I watched the ALMA Awards the other night. The show, sponsored by the National Counsel of La Raza, presents awards for outstanding achievement in the entertainment industry as well as honoring those celebrities whose career and lives have had a positive impact upon the Latino image.
The commercials during the awards show were geared toward a Latino audience, no big surprise. I did find one ad for Mexicans And Americans Thinking Together (MATT) very interesting. The spot featured a Latina with traditional features: olive toned skin, dark hair, dark eyes, curvy figure and an Anglo with fair skin and lighter hair. Speaking in Spanish and English, the actors talked about how alike they are and promoted bicultural unification. The traditional appearing Latina spoke English while the white/caucasian man spoke Spanish.
During the show, the cameras panned the audience and while the majority of skintones were shades of mocha, several notable güeros were present as well. Clifton Collins, Jr. received an award for his role in Capote. Alexis Bledel, who plays on The Gilmore Girls, attended in support of her The Sisterhood of the Traveling Pants co-star America Ferrera’s nomination. I didn’t see Ramón Gerardo Antonio Estévez (Martin Sheen) but I’m sure he was there in spirit.
The show was very much a pep rally for being Latino, a celebration of successful Latinos. I drank it in like fine champagne. I’m very proud of my Mexican-American background and very defensive about my appearance. Most of my friends have heard me say “I’m not white” more than a few times. It’s not that I’m ashamed of being half Anglo. It’s just that I identify more with my Latino roots than with the white side of my family. It’s who I am. And I dislike it when people assume I am 100% anglo instead of Mexicana. Maybe I’m not puro Mexicana, but I am puro TexMex. Simply, soy Latina. Or chicana or Hispanic or whatever you want to call it. Frank says “reverse coconut” since I’m so rabid about my ethnicity.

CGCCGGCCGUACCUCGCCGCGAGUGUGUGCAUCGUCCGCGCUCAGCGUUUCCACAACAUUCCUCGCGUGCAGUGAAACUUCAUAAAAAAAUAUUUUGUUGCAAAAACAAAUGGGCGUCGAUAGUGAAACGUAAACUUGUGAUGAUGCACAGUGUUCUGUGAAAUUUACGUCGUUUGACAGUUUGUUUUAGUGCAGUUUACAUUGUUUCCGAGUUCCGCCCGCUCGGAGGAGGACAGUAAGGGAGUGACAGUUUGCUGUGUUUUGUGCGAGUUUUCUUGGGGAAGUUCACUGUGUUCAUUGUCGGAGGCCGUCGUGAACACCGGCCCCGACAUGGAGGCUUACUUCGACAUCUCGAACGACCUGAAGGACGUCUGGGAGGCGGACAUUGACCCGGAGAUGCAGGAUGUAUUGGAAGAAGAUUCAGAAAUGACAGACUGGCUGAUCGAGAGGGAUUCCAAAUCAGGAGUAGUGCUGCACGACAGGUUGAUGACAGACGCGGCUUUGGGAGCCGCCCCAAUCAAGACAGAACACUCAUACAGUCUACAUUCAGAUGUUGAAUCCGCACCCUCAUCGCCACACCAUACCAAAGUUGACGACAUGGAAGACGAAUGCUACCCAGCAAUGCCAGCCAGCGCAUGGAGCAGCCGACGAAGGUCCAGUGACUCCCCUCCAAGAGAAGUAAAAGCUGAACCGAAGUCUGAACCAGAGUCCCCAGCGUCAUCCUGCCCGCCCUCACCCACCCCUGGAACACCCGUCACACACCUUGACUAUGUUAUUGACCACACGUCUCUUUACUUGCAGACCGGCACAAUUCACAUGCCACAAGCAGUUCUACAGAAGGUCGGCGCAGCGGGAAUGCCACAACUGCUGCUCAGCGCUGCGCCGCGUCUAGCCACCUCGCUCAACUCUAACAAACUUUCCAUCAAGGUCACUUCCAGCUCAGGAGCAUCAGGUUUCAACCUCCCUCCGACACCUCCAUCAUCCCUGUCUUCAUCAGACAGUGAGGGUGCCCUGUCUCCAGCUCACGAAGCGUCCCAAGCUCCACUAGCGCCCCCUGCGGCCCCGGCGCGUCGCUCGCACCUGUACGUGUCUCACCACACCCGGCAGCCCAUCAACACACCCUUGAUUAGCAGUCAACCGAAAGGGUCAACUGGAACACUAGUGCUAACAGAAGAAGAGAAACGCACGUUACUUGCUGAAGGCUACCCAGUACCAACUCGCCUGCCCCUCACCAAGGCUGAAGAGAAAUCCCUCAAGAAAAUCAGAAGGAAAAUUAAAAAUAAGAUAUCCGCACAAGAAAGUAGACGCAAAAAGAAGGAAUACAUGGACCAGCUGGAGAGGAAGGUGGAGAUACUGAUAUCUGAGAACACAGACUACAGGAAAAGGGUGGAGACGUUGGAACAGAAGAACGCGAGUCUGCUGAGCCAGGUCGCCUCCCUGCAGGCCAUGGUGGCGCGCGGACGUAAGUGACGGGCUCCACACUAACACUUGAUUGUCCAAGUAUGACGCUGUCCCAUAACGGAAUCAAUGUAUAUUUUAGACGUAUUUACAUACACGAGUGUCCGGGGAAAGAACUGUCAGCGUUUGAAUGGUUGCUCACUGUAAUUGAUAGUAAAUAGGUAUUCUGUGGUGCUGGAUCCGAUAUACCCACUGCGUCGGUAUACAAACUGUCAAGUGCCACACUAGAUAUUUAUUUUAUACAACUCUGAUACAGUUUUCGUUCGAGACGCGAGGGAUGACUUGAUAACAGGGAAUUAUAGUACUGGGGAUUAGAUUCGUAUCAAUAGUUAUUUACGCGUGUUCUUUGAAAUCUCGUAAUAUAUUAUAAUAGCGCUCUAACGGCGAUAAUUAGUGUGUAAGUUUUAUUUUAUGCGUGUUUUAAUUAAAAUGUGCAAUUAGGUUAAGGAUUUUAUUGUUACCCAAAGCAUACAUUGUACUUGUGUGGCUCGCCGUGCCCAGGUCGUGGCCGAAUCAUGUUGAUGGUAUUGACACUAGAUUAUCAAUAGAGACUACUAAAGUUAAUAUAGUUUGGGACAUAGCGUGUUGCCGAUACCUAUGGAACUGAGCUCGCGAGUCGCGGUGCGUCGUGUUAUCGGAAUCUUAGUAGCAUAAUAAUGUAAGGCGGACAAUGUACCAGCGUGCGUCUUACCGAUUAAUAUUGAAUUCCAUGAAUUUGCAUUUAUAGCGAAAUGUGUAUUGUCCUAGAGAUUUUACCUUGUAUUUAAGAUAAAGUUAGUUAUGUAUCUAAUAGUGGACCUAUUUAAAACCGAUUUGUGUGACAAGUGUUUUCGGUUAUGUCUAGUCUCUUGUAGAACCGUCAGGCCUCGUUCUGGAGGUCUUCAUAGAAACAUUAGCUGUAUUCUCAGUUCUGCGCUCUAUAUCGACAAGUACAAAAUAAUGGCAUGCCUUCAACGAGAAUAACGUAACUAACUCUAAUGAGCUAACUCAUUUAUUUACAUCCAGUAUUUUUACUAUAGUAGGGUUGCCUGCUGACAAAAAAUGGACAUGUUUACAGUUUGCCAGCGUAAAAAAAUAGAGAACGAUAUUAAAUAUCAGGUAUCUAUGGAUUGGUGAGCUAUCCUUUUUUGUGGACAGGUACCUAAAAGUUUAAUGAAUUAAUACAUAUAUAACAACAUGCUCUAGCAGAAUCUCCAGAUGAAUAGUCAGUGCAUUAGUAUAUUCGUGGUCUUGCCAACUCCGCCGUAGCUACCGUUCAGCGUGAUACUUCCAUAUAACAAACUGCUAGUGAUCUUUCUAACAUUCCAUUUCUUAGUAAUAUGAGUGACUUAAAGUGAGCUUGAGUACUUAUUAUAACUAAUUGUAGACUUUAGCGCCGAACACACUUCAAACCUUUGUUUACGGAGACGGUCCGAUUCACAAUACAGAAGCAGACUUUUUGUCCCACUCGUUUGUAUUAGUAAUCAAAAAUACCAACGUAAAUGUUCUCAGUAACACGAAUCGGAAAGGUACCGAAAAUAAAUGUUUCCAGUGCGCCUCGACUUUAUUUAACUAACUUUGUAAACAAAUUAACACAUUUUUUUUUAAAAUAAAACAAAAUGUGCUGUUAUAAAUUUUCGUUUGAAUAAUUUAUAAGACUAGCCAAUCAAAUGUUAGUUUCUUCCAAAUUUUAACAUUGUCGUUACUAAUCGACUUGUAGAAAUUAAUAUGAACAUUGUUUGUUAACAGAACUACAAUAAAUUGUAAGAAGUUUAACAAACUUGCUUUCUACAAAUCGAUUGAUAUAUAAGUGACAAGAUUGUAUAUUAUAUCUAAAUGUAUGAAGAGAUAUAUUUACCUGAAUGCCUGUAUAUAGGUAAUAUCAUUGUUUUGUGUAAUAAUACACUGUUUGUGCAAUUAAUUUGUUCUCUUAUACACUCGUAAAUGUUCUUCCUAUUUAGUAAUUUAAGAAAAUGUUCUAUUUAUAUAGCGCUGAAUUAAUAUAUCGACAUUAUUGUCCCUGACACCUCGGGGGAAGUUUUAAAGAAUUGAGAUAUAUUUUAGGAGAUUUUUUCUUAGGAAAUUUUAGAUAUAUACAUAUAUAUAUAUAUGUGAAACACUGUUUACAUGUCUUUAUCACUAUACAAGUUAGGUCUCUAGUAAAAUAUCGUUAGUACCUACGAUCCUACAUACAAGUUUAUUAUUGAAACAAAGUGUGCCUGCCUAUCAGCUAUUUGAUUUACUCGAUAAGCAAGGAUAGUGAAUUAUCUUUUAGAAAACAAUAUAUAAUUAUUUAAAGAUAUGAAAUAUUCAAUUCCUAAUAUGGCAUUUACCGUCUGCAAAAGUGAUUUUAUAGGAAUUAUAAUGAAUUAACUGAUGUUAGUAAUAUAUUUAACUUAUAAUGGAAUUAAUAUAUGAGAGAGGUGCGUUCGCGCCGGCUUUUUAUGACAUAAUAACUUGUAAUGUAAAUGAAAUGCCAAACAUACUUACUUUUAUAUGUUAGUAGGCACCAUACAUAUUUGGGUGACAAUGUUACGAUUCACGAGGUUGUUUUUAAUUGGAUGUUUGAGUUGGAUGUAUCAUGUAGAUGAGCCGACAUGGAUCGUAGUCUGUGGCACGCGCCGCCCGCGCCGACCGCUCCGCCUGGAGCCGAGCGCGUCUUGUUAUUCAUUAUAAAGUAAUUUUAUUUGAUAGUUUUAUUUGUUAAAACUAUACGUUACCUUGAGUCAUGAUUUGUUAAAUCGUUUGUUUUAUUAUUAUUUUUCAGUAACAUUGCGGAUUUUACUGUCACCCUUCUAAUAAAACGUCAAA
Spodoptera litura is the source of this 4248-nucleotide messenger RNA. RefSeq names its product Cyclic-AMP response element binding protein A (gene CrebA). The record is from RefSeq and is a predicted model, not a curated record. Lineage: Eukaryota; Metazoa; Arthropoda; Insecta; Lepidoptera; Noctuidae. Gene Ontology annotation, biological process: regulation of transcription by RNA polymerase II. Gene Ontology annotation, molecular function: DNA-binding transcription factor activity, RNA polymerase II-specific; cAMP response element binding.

I eat beans with breakfast and if salsa or chile is available, it’s going on top of whatever I’m eating. I had piñatas at birthday parties growing up, even though my mother had to bring them from Texas to our town in Louisiana. I prefer an empanada to a doughnut. My mom made homemade flour tortillas at least once a week, every week until I was in college. I burned the tips of my fingers flipping them on the hot comal. I make menudo at home because I like it, not because I have a hangover. I enjoy celebrating Dia de los Muertos, Las Mañanitas and Cinco de Mayo. I love large, happy, loud family get togethers with lots of children running around, more food than we could possibly eat, and a beaming matriarch/patriarch overseeing it all. I value the sense of family, the tie that binds us all together. I embrace our heritage and commitment to our culture.
My one regret is that I’m not fluent in Spanish. Because my father speaks only English, we did not grow up terribly bilingual. Yes, I can squeak by when necessary, and I do understand more than I can speak back, but it’s not enough. I have procrastinated for years in taking lessons, hoping to pick up the language from friends and family. The time has come to admit that I need a structured teaching environment. And to further my pride by being able to converse, write and read well in what was my first language, but turned out to be my least proficient one.
I wonder, is everyone as proud of their mixed heritage as I am?